Trichur, History


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The Cultural and Historical Background

Trichur occupies a prominent place in the history and culture of Kerala and is said to be the Cultural Capital of the State. It is also one of the main trade centers in the state.The present Trichur District was carved out of a bigger District of the same name on 1st April, 1958. It derives its name from the location of its headquarters at Trichur .
The name Trichur derives from 'Thrishivaperur' or the place with 'Lord Shiva's name'.The town is thus built around a hillock atop which is the Vadakkumnathan Kshetram  or temple which has Shiva as the presiding deity. Aadi Sankara is supposed to have spent his last days in this temple; a shrine dedicated to him lends credence to this belief.

Trichur  rose in importance due, it is believed, to Raja Rama Varma, popularly known as `Sakthan Thampuran'  who ascended the throne of Kochi  in 1790. Large areas of  Trichur were captured by the Zamorins of Kozhikode in the 14th and 15th centuries. Later, in the latter half of the 18th centuries,  Tipu Sultan held sway over Trichur until the European domination began under the Portugese, the Dutch, and the English.

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Long ago, the vast open area around the temple was a magnificent teak forest called Thekkinkadu. Today, the forest has given way to one of the most important examples of Kerala's architecture which often does away with the imposing `gopurams' of South Indian temples.This temple features low, tiled roofs, an abundance of woodwork, and the famous `koothambalam'  or theatre hall with sloping roofs of metal plates within which is performed the dramatic art form `chakiar koothu' . The Vadakkumnathan temple is also well-known for its murals depicting scenes from The Mahabharatha as well as exquisite paintings and carvings.

South East corner of the district is bounded by Tamil Nadu.The Periyar, The Chalakudy, The Karuvannur and Ponnani (Bharatha Puzha) are the main river systems in the district.

A place of great antiquity, Trichur was also known by such names as   'Vrishabhadripuram' and ‘Ten Kailasm’ in ancient days. The famous Kerala Kalamandiram,Cheruthuruthi, founded by the late poet Vallathol Narayana Menon, is in Trichur District. The Kerala Sahitya Academy and Kerala Sangeetha Nadaka are situated in Trichur town.

Languages and Dialects

About 96% of the people of the District speak Malayalam as their mothertongue. Only 2.5% of the people speak Tamil as their mothertongue. A negligible percentage of the population of   Kodungallur and Mukundapuram taluks speak Konkani.

As in the case of all other languages, there is some difference between the colloquial languages and the written dialect in Malayalam also. Though there is difference in the dialects spoken by the various sections and classes of the society , the fundamental unity of the Malayalam languages is not affected in any way.The dialects spoken by the more primitive of the hill tribes differ considerably from Malayalam, but they hardly deserve to be regarded as separate languages.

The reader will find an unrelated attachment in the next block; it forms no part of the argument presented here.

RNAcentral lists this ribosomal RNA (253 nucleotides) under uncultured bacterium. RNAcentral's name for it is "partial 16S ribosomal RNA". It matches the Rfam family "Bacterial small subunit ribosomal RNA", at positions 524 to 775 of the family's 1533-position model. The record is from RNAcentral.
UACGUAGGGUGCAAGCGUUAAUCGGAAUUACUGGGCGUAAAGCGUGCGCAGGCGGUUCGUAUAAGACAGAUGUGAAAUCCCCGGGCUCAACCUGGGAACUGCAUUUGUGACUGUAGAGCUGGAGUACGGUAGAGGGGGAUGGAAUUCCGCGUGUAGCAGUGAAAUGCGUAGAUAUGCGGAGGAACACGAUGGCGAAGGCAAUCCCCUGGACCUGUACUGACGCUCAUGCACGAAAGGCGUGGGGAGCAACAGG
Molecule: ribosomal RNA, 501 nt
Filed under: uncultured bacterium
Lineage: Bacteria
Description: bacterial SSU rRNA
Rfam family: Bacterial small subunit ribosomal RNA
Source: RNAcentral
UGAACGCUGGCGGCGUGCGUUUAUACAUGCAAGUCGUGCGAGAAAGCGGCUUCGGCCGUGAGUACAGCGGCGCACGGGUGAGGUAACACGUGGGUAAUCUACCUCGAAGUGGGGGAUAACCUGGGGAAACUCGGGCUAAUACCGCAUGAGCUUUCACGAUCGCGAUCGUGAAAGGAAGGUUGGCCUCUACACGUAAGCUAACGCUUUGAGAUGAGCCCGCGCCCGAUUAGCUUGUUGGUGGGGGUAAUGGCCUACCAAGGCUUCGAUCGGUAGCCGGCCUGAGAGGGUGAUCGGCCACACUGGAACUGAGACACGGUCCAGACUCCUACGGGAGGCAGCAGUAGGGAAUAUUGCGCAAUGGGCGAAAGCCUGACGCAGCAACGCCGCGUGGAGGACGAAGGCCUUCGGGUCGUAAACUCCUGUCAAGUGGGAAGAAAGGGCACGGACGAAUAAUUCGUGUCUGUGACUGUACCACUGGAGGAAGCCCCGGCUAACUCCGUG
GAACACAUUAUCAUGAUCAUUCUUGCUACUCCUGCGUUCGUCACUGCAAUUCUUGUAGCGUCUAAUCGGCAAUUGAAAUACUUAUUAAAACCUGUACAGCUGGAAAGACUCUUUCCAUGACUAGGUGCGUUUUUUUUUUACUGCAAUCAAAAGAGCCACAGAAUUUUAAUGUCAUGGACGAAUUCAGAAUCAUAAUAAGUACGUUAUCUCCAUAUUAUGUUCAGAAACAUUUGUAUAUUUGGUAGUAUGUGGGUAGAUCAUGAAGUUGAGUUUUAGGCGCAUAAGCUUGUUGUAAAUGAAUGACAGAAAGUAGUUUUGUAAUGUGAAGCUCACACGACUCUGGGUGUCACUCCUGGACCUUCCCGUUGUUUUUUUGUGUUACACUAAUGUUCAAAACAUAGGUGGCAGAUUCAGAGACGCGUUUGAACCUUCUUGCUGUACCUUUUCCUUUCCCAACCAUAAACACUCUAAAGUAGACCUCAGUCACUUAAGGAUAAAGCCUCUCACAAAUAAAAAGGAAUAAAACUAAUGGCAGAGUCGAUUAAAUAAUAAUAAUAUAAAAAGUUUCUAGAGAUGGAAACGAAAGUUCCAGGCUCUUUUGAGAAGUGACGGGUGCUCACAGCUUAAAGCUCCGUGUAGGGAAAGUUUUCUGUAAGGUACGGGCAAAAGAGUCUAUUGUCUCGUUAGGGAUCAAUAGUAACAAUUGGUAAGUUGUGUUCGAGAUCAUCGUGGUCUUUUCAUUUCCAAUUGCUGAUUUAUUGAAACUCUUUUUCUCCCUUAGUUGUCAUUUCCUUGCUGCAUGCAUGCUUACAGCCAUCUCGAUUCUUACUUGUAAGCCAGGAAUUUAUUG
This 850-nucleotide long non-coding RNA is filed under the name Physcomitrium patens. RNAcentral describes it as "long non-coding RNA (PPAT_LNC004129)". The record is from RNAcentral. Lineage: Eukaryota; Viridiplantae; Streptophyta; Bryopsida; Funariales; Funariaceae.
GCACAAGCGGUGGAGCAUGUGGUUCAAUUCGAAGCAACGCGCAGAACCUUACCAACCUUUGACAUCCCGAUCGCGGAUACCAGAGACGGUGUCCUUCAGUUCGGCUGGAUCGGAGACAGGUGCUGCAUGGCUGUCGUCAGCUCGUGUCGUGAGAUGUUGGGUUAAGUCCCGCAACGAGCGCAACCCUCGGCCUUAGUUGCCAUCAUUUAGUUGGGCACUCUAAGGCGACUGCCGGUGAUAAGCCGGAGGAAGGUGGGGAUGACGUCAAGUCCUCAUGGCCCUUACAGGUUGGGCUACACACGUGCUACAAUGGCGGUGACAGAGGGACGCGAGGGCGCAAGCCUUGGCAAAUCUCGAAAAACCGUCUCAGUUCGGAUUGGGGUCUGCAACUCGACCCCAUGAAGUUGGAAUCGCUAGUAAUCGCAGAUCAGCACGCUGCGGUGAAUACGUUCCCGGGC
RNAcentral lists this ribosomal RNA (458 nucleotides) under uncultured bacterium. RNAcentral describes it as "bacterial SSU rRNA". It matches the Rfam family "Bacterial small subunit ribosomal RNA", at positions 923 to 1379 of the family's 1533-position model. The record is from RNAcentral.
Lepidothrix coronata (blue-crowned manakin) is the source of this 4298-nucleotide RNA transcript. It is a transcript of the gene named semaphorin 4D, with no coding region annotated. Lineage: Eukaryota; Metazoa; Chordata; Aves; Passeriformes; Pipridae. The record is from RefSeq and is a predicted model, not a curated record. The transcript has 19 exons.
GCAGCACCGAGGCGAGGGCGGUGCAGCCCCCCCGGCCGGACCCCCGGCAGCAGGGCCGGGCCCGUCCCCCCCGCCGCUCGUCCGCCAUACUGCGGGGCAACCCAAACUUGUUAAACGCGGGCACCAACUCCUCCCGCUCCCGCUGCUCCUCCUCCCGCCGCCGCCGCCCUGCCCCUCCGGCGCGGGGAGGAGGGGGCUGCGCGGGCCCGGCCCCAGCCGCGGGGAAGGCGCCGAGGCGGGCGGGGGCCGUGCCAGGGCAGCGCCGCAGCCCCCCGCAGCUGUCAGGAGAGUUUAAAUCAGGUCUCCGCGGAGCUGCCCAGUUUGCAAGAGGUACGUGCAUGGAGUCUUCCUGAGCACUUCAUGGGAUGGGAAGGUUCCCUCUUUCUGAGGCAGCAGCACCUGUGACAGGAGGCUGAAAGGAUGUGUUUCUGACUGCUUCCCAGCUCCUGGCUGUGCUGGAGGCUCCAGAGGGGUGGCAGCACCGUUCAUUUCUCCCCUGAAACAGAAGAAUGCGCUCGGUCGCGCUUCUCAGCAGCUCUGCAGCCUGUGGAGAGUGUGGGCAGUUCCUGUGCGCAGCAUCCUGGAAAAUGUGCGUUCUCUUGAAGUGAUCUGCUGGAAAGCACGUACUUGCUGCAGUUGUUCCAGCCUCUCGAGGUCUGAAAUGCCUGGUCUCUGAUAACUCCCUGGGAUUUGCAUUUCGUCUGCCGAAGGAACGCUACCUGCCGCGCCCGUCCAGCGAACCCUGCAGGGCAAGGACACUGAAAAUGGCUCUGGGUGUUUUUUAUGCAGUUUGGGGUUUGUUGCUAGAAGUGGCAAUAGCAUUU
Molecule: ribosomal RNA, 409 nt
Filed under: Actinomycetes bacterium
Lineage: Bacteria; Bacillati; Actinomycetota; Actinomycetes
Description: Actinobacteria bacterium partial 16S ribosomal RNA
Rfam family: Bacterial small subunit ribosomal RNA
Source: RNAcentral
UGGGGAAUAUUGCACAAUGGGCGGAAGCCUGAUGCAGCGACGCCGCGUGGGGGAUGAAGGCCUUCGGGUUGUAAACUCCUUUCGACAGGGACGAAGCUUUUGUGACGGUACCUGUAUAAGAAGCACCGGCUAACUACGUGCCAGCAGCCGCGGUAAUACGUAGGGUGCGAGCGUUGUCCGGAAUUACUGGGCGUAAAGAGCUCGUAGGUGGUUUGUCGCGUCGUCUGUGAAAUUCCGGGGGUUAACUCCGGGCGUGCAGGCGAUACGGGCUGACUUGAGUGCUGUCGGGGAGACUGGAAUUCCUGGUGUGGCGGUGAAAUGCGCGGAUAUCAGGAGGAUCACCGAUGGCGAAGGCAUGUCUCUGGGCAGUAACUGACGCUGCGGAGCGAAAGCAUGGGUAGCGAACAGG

Rice is the staple food of the people. The Nair , Ezhavas and such other castes are not generally vegetarians, though some individual members may avoid non-vegetarians. There is no great difference in the dietary habits of the Christians and Muslims . The routine dietary in a family consists of breakfast , lunch, tiffin and supper. Kanji or Rice gruel with some vegetable curry and pickles formed the main breakfast until very recently in almost all families, but it has now been replaced by tea, coffee or other beverages taken along with dishes like Dosai , Iddali, Poori,Chappathi and Uppuma.

The lunch is always substantial ,the most important items of the menu being cooked rice of Choru, special curries and butter milk.Parboiled rice is used here instead of Kaccha or raw is that in all culinary preparations coconut oil is freely used instead of gingli or mustard oil used in other parts of India . The tiffin in the afternoon consists of a cup of tea or coffee and some sweet or delicacy. The supper which is taken after sunset consists either of Kanji or similar items as for lunch.When there was acute scarcity of rice in the wake of the Second World war, Wheat was used as a substitute for rice. Preparations of wheat such as Poori , Chappathi and Uppuma are becoming popular . Owing to the poor cattle wealth of the District, milk is used only by richer sections of the community. Pickles of mango , cherunaranga (lime fruit ), nellikka (the fruit of phyllanthus emblica), etc ., are popular.  The condiments generally used are turmeric, pepper,  ginger, cardamom , cloves , spices , chilli , mustard , onion, garlic etc. Hydrogenated oils like Vanaspathi are seldom used .

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